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posted by Colleen Shirazi,
September 21, 2007
at 7:55 PM (Pacific)
I realize I haven't been posting as much as before.
I haven't lost my interest in making jewelry, that's for sure. I suppose I've had to accept that for me, it has to be done in phases. I can afford to spend some on tools, but I can't afford to get all the tools I want at once.
For example, I haven't gotten into soldering. It's pretty basic, but it also represents a whole new cost in terms of equipment and materials. So I've had to put it aside and work around it...when possible.
My most recent project was what I call an "engineer's pearl pendant." :D This uses a very large, very nice freshwater pearl in a slight teardrop shape. Now if these pearls were perfect, they would cost a bum; they're not. They all have a distinct "bad side" where the nacre is slightly less than shiny, or else...what's the word for it? A little circle shape is pressed into it. The other side is entirely perfect.
Here's the engineer part:
A pastor, a doctor and an engineer were waiting one morning for a particularly slow group of golfers.
The engineer fumed, "What's with these guys? We must have been waiting for 15 minutes!" The doctor chimed in, "I don't know, but I've never seen such ineptitude!"
The pastor said, "Hey, here comes the greenskeeper. Let's have a word with him." "Hi George! Say, what's with that group ahead of us? They're rather slow, aren't they?"
The greenskeeper replied, "Oh, yes, that's a group of blind firefighters. They lost their sight saving our clubhouse from a fire last year, so we always let them play for free anytime."
The group was silent for a moment. The pastor said, "That's so sad. I think I will say a special prayer for them tonight." The doctor said, "Good idea. And I'm going to contact my ophthalmologist buddy and see if there's anything he can do for them." The engineer said, "Why can't these guys play at night?"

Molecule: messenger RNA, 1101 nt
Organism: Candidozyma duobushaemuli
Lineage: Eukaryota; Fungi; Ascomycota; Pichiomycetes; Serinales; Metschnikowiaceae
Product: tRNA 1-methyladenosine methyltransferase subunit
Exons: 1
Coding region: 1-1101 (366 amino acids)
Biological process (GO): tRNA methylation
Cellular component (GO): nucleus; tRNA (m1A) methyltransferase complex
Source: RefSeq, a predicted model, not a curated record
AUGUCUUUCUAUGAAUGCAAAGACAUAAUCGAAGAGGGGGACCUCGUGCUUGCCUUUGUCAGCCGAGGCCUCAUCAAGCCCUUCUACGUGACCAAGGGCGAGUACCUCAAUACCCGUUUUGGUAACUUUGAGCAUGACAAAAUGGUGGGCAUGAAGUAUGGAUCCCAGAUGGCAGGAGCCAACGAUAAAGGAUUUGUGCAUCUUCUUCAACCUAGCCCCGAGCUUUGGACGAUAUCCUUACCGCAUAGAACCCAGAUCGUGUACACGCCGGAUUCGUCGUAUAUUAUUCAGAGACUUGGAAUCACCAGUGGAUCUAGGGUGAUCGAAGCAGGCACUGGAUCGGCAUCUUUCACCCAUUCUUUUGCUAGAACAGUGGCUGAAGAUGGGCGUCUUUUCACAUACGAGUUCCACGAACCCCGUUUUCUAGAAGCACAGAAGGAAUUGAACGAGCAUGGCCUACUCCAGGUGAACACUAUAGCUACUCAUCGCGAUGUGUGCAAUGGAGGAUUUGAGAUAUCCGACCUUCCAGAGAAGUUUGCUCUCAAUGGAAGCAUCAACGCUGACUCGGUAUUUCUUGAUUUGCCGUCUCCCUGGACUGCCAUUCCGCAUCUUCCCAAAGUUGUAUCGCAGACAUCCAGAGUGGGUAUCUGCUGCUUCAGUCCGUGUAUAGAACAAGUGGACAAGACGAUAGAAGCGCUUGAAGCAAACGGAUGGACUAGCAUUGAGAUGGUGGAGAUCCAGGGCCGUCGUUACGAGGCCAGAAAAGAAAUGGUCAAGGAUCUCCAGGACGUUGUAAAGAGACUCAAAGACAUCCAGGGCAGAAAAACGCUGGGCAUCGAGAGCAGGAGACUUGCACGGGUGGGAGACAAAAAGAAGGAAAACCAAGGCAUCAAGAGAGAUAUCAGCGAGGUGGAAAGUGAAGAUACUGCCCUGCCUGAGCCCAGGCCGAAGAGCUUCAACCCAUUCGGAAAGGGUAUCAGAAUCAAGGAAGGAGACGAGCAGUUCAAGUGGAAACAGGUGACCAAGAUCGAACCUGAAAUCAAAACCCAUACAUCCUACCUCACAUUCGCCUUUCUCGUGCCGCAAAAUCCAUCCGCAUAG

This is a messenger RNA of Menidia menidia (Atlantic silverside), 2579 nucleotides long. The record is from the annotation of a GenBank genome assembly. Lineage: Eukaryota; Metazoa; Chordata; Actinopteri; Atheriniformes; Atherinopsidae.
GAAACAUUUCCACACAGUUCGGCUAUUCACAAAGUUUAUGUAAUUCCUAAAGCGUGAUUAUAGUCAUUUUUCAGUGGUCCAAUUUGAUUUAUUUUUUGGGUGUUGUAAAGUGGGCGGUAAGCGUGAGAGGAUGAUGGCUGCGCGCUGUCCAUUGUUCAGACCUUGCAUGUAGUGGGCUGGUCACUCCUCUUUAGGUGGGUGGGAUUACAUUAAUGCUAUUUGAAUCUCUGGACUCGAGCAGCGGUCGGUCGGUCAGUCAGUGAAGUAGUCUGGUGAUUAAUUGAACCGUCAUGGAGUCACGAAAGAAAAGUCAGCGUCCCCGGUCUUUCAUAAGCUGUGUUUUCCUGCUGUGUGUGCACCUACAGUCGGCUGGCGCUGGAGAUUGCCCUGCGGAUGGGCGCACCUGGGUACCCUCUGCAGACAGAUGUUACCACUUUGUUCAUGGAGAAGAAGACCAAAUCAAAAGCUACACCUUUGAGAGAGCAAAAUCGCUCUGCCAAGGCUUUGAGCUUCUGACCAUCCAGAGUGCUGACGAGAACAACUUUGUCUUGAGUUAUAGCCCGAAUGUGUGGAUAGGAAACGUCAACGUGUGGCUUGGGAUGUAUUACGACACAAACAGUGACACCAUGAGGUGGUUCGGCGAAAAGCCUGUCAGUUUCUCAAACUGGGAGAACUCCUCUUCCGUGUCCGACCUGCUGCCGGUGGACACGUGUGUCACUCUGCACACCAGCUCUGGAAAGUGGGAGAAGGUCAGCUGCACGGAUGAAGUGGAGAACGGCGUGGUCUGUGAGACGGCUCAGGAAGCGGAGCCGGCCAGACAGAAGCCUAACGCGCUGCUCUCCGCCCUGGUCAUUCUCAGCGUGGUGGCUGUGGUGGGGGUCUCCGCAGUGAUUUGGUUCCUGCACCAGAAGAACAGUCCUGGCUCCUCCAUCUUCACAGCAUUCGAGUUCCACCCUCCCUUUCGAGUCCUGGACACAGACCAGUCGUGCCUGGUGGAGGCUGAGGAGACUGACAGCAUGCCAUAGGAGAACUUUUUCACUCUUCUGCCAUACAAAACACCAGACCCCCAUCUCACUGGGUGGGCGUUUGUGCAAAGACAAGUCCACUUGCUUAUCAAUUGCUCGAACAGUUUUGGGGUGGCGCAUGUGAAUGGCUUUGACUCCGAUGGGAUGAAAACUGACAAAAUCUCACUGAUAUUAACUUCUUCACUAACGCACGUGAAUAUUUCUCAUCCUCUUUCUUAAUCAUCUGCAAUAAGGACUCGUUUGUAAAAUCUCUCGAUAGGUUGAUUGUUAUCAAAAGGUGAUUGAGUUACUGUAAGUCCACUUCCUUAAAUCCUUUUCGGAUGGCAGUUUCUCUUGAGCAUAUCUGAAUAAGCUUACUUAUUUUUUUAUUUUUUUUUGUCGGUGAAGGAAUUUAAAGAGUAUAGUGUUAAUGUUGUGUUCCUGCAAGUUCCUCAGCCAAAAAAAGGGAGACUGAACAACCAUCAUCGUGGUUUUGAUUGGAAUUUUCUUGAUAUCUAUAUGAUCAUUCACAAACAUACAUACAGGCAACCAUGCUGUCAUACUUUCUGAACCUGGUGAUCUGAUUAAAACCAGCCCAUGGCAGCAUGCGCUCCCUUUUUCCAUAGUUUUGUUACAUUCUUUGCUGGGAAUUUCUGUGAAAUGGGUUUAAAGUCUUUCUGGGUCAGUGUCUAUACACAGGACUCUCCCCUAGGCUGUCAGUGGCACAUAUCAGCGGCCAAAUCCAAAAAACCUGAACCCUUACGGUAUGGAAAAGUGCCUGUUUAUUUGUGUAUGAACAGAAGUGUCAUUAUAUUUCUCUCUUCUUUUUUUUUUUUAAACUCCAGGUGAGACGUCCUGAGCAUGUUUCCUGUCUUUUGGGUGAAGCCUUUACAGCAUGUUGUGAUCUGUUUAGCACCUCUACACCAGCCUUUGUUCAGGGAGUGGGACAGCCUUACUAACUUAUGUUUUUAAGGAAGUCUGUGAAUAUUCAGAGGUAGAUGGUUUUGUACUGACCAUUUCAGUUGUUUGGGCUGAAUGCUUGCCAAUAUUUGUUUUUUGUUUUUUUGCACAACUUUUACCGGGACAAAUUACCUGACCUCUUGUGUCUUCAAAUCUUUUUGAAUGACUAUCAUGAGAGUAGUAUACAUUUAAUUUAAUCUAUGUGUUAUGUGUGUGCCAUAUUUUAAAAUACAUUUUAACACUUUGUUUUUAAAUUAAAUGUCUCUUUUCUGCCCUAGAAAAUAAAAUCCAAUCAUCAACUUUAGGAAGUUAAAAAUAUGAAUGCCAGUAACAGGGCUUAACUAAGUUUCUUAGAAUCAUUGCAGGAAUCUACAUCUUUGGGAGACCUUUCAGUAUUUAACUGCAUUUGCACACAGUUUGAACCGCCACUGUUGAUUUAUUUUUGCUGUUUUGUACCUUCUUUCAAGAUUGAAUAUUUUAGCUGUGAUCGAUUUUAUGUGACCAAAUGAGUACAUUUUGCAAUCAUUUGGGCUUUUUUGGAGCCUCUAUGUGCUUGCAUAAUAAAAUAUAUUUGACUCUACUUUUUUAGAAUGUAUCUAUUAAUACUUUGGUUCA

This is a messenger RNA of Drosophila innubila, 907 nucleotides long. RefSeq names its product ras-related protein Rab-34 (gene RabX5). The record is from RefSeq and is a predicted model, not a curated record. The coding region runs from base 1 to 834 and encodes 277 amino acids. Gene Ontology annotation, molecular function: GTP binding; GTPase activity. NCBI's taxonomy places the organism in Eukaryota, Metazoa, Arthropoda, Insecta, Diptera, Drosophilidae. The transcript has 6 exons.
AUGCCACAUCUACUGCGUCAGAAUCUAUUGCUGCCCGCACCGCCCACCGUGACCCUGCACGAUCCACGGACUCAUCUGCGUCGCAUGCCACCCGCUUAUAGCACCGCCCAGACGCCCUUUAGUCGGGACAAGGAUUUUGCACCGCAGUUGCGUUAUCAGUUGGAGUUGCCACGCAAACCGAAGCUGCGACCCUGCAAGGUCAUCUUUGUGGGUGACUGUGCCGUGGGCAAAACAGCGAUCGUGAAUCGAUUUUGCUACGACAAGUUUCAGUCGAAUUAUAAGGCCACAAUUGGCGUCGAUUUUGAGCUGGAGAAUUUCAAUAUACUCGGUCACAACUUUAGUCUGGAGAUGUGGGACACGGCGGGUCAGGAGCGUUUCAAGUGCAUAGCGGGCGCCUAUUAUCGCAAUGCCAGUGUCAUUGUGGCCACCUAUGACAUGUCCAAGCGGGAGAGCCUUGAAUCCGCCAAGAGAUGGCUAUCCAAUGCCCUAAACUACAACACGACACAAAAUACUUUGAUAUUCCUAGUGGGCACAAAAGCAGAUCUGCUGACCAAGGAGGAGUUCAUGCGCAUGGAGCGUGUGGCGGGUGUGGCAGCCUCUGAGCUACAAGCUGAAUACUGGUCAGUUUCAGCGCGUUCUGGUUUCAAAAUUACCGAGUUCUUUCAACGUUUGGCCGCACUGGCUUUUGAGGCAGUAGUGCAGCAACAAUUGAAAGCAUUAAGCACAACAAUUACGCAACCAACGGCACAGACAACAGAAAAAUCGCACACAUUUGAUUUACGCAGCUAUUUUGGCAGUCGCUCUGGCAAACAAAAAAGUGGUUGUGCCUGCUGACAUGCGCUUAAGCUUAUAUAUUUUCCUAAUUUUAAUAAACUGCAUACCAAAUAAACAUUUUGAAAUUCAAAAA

Okay...why can't these guys play at night? Why not engineer the design of the pendant so the bad side never shows?
I took some silver wire and made a regular wrapped loop on top of the pearl as you would expect...but brought the wire down some to make a tiny "bead cap" on top of the pearl. The bead cap shape didn't have to be "machine perfect," just nice-looking. The idea was to use just enough silver, and wrap it just firmly enough, so the pearl wouldn't turn easily (it didn't have to be ultra-tight, which might damage the pearl). As long as it didn't turn unless you grabbed it and turned it...that's the idea.
That wasn't the problem...the problem was the bail.
I didn't want to buy a bail...I mean there has to be a way of making your own wire bail. Right? I have seen some rather elaborate wire wrapped bails on the Net, but what I wanted here was something exceedingly simple, like those rabbit ear bails.
I tried a bunch of designs in wire...I have made bails before, in a design that looks like a small tube fashioned out of wire. (Now that I'm thinking about it, couldn't you make your own tube bail that way? Like a little coil of wire, with a coil in the middle sort of pulled down, or stretched out enough for you to attach something to it?) That works well for casual pendants, but didn't work for the pearl.
Finally I got sick of the whole works, grabbed some soldered silver jump rings I had sitting around, and started hammering them. I hammered three of them flat and then squeezed them into oval shapes with pliers, hammered some more, basically came up with three long narrow hammered oval links. And that became the bail.
(Observant folks will have observed I now needed to redo the wrapped loop on the pearl, since I was using closed jump rings for the bail...oh well.)
So that's been the kind of thing I've been doing. I haven't been buying much in the way of new materials. I've been slowly, slowly, producing better pieces. Did I mention I've been doing it slowly? It took me two or three days to come up with the three-smashed-jump-rings-bail, engineered-top pearl, yet it looks perfect.
Along with this I had some old sterling bulk chain...very fine links. Did the Camali Design trick of finishing the chain using wrapped links...it's really a stroke of genius, it works with any chain you can pass a piece of wire through. You can even make the "loop" part of the wrapped loop longer and narrower, if you wanted to be able to pass smaller bails over it. Here I didn't need to, just made a small loop and hammered it out.
Labels: bails, wire
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